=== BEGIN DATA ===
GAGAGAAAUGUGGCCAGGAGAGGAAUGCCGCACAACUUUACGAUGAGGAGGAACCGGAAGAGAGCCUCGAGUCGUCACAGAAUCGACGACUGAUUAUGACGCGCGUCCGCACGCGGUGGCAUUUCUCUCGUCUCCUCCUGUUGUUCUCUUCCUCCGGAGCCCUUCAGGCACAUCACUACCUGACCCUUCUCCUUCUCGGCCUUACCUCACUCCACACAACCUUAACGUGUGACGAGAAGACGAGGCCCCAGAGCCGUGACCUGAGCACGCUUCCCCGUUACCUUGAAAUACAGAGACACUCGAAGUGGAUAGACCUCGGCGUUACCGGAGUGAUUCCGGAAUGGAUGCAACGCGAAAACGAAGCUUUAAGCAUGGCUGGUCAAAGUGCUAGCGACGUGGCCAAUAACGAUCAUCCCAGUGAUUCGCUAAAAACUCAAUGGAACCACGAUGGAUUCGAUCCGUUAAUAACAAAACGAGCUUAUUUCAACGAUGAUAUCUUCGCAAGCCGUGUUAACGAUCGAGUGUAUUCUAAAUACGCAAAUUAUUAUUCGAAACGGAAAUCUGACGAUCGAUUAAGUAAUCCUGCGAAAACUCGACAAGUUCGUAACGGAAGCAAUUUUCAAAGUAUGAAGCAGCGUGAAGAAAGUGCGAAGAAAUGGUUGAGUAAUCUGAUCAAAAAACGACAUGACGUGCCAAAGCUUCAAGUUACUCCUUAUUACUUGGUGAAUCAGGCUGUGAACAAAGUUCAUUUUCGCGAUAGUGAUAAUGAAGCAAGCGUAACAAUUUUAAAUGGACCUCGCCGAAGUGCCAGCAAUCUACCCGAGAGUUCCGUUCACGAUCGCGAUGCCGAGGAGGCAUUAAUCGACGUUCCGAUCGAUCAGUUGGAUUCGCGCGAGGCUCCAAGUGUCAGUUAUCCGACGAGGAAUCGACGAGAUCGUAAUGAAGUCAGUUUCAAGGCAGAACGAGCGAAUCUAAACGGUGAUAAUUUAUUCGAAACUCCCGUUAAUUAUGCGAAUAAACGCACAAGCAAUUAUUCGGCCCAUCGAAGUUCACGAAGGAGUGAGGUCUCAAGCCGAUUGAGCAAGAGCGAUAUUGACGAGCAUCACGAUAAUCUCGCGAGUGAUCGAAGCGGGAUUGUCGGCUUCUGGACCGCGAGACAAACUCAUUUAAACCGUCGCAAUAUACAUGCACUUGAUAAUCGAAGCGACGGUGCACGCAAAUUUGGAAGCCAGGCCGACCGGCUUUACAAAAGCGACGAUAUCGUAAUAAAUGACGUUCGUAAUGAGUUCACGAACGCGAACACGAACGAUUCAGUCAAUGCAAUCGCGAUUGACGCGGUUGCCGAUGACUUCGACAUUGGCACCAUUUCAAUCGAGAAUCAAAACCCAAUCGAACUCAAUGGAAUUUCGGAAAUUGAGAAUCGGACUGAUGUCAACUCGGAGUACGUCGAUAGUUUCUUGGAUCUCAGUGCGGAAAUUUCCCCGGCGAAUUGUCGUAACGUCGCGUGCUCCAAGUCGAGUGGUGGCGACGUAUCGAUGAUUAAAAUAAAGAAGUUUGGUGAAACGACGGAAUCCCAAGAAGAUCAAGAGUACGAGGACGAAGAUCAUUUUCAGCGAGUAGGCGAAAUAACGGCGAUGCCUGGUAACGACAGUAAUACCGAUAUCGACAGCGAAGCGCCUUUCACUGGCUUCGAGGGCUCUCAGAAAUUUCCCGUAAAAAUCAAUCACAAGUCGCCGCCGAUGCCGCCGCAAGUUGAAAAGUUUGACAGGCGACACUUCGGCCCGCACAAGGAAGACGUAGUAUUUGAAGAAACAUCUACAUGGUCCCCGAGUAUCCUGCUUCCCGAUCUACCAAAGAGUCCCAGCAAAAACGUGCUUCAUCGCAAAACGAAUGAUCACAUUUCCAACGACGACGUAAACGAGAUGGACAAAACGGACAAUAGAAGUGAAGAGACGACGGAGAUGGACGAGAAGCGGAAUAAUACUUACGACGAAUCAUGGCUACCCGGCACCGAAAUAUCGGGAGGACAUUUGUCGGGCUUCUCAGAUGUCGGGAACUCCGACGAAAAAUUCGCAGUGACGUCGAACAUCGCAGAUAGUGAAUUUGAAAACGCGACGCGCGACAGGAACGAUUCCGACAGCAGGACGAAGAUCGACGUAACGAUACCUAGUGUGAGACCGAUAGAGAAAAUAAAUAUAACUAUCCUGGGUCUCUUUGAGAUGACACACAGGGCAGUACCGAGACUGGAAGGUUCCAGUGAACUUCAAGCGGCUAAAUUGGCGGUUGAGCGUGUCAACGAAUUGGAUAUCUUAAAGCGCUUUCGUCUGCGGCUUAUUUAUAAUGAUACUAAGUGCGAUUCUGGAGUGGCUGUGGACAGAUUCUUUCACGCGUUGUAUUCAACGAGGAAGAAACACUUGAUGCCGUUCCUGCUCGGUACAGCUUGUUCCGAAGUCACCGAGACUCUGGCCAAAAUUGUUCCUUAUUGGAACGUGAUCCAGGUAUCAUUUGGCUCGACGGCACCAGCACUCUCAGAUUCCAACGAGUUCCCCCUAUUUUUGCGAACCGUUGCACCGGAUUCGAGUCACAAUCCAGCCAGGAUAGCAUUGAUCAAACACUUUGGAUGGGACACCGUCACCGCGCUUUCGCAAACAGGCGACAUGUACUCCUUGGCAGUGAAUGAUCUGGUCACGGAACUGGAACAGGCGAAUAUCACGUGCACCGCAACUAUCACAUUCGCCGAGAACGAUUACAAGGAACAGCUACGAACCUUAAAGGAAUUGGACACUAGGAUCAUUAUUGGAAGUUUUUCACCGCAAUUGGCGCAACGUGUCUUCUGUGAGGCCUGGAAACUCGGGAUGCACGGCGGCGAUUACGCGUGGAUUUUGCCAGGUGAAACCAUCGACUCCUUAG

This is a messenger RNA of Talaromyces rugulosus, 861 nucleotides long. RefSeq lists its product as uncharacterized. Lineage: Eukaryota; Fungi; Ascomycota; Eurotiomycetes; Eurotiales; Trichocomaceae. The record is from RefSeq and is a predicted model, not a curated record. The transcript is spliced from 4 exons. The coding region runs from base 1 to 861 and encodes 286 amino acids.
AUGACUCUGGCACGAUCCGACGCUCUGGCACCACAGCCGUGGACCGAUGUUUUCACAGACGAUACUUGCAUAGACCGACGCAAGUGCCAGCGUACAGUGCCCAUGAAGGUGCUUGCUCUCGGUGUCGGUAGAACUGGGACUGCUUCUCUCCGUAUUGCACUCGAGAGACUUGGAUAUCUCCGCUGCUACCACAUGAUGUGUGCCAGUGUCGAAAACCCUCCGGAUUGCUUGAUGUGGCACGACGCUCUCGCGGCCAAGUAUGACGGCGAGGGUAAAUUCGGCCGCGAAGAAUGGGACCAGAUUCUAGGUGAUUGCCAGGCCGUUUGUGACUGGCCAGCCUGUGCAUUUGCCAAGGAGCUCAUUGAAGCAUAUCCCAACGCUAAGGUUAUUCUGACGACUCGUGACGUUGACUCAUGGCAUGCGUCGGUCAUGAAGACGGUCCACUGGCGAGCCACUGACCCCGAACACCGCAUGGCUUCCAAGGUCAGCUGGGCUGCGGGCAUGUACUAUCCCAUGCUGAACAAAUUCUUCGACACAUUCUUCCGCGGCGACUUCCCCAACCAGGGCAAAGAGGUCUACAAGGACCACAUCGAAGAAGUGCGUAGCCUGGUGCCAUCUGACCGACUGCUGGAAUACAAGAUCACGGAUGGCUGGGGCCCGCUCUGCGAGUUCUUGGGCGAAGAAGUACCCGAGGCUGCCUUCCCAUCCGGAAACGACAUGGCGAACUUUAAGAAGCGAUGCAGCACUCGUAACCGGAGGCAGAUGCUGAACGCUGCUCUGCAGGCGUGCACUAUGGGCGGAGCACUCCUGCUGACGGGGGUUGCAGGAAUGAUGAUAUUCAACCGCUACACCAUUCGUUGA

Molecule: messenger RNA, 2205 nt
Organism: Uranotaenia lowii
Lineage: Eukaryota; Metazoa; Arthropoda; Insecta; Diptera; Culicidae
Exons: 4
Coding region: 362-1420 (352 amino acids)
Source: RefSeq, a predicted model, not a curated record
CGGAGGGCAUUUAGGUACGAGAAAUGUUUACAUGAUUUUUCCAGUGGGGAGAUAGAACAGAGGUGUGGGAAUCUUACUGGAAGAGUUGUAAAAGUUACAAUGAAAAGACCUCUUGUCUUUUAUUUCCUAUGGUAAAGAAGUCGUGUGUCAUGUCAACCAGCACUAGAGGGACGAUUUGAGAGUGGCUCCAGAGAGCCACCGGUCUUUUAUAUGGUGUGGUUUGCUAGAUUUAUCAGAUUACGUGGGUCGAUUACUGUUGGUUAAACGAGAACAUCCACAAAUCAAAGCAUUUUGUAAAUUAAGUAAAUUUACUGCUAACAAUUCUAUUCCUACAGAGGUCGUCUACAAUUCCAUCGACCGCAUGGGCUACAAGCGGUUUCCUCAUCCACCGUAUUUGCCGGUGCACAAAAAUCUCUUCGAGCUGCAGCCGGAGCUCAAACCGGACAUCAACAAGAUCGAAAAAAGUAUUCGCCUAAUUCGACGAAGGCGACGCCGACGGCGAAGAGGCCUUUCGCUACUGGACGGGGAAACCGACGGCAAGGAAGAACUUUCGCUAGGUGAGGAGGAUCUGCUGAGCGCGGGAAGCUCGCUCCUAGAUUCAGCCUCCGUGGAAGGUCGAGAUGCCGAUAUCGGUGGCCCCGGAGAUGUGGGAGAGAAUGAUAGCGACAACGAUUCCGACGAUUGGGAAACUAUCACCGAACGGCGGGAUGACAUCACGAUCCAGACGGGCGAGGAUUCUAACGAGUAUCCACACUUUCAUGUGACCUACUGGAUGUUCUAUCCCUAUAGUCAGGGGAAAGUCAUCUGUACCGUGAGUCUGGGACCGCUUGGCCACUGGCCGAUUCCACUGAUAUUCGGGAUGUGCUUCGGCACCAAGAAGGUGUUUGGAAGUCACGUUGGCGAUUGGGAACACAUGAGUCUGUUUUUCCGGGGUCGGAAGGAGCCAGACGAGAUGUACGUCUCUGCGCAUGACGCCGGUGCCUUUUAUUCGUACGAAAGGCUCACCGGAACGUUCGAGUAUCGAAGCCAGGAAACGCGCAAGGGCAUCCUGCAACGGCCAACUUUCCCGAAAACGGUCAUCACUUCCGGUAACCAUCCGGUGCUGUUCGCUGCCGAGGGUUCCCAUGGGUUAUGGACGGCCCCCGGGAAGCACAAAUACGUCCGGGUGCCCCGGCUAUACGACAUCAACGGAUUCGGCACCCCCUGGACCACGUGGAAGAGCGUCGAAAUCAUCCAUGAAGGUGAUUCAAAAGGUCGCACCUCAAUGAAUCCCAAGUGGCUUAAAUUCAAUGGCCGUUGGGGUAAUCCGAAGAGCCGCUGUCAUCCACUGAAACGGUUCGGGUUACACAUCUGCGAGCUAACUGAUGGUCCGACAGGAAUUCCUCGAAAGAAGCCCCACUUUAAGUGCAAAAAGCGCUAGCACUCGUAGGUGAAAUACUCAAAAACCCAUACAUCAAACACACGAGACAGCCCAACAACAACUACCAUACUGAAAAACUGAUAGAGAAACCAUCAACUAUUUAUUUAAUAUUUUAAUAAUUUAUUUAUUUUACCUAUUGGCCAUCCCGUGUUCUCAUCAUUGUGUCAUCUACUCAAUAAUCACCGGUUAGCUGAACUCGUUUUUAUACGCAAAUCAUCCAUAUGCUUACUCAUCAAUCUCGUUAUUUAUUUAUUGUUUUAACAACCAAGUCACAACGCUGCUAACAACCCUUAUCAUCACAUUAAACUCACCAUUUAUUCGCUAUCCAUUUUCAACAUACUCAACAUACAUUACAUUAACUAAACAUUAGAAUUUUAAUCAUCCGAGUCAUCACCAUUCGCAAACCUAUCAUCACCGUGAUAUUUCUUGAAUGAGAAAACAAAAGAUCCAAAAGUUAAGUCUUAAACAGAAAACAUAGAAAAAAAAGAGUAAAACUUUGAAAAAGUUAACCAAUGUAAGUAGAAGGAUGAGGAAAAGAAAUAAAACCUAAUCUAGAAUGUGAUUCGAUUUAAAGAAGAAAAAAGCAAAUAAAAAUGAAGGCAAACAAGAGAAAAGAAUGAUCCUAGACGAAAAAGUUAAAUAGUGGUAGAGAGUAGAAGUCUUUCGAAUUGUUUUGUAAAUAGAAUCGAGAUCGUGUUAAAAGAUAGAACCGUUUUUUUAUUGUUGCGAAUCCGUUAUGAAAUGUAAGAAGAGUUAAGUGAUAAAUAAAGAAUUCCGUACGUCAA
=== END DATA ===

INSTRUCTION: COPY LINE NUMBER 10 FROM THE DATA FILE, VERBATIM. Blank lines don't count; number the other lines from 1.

CGGAGGGCAUUUAGGUACGAGAAAUGUUUACAUGAUUUUUCCAGUGGGGAGAUAGAACAGAGGUGUGGGAAUCUUACUGGAAGAGUUGUAAAAGUUACAAUGAAAAGACCUCUUGUCUUUUAUUUCCUAUGGUAAAGAAGUCGUGUGUCAUGUCAACCAGCACUAGAGGGACGAUUUGAGAGUGGCUCCAGAGAGCCACCGGUCUUUUAUAUGGUGUGGUUUGCUAGAUUUAUCAGAUUACGUGGGUCGAUUACUGUUGGUUAAACGAGAACAUCCACAAAUCAAAGCAUUUUGUAAAUUAAGUAAAUUUACUGCUAACAAUUCUAUUCCUACAGAGGUCGUCUACAAUUCCAUCGACCGCAUGGGCUACAAGCGGUUUCCUCAUCCACCGUAUUUGCCGGUGCACAAAAAUCUCUUCGAGCUGCAGCCGGAGCUCAAACCGGACAUCAACAAGAUCGAAAAAAGUAUUCGCCUAAUUCGACGAAGGCGACGCCGACGGCGAAGAGGCCUUUCGCUACUGGACGGGGAAACCGACGGCAAGGAAGAACUUUCGCUAGGUGAGGAGGAUCUGCUGAGCGCGGGAAGCUCGCUCCUAGAUUCAGCCUCCGUGGAAGGUCGAGAUGCCGAUAUCGGUGGCCCCGGAGAUGUGGGAGAGAAUGAUAGCGACAACGAUUCCGACGAUUGGGAAACUAUCACCGAACGGCGGGAUGACAUCACGAUCCAGACGGGCGAGGAUUCUAACGAGUAUCCACACUUUCAUGUGACCUACUGGAUGUUCUAUCCCUAUAGUCAGGGGAAAGUCAUCUGUACCGUGAGUCUGGGACCGCUUGGCCACUGGCCGAUUCCACUGAUAUUCGGGAUGUGCUUCGGCACCAAGAAGGUGUUUGGAAGUCACGUUGGCGAUUGGGAACACAUGAGUCUGUUUUUCCGGGGUCGGAAGGAGCCAGACGAGAUGUACGUCUCUGCGCAUGACGCCGGUGCCUUUUAUUCGUACGAAAGGCUCACCGGAACGUUCGAGUAUCGAAGCCAGGAAACGCGCAAGGGCAUCCUGCAACGGCCAACUUUCCCGAAAACGGUCAUCACUUCCGGUAACCAUCCGGUGCUGUUCGCUGCCGAGGGUUCCCAUGGGUUAUGGACGGCCCCCGGGAAGCACAAAUACGUCCGGGUGCCCCGGCUAUACGACAUCAACGGAUUCGGCACCCCCUGGACCACGUGGAAGAGCGUCGAAAUCAUCCAUGAAGGUGAUUCAAAAGGUCGCACCUCAAUGAAUCCCAAGUGGCUUAAAUUCAAUGGCCGUUGGGGUAAUCCGAAGAGCCGCUGUCAUCCACUGAAACGGUUCGGGUUACACAUCUGCGAGCUAACUGAUGGUCCGACAGGAAUUCCUCGAAAGAAGCCCCACUUUAAGUGCAAAAAGCGCUAGCACUCGUAGGUGAAAUACUCAAAAACCCAUACAUCAAACACACGAGACAGCCCAACAACAACUACCAUACUGAAAAACUGAUAGAGAAACCAUCAACUAUUUAUUUAAUAUUUUAAUAAUUUAUUUAUUUUACCUAUUGGCCAUCCCGUGUUCUCAUCAUUGUGUCAUCUACUCAAUAAUCACCGGUUAGCUGAACUCGUUUUUAUACGCAAAUCAUCCAUAUGCUUACUCAUCAAUCUCGUUAUUUAUUUAUUGUUUUAACAACCAAGUCACAACGCUGCUAACAACCCUUAUCAUCACAUUAAACUCACCAUUUAUUCGCUAUCCAUUUUCAACAUACUCAACAUACAUUACAUUAACUAAACAUUAGAAUUUUAAUCAUCCGAGUCAUCACCAUUCGCAAACCUAUCAUCACCGUGAUAUUUCUUGAAUGAGAAAACAAAAGAUCCAAAAGUUAAGUCUUAAACAGAAAACAUAGAAAAAAAAGAGUAAAACUUUGAAAAAGUUAACCAAUGUAAGUAGAAGGAUGAGGAAAAGAAAUAAAACCUAAUCUAGAAUGUGAUUCGAUUUAAAGAAGAAAAAAGCAAAUAAAAAUGAAGGCAAACAAGAGAAAAGAAUGAUCCUAGACGAAAAAGUUAAAUAGUGGUAGAGAGUAGAAGUCUUUCGAAUUGUUUUGUAAAUAGAAUCGAGAUCGUGUUAAAAGAUAGAACCGUUUUUUUAUUGUUGCGAAUCCGUUAUGAAAUGUAAGAAGAGUUAAGUGAUAAAUAAAGAAUUCCGUACGUCAA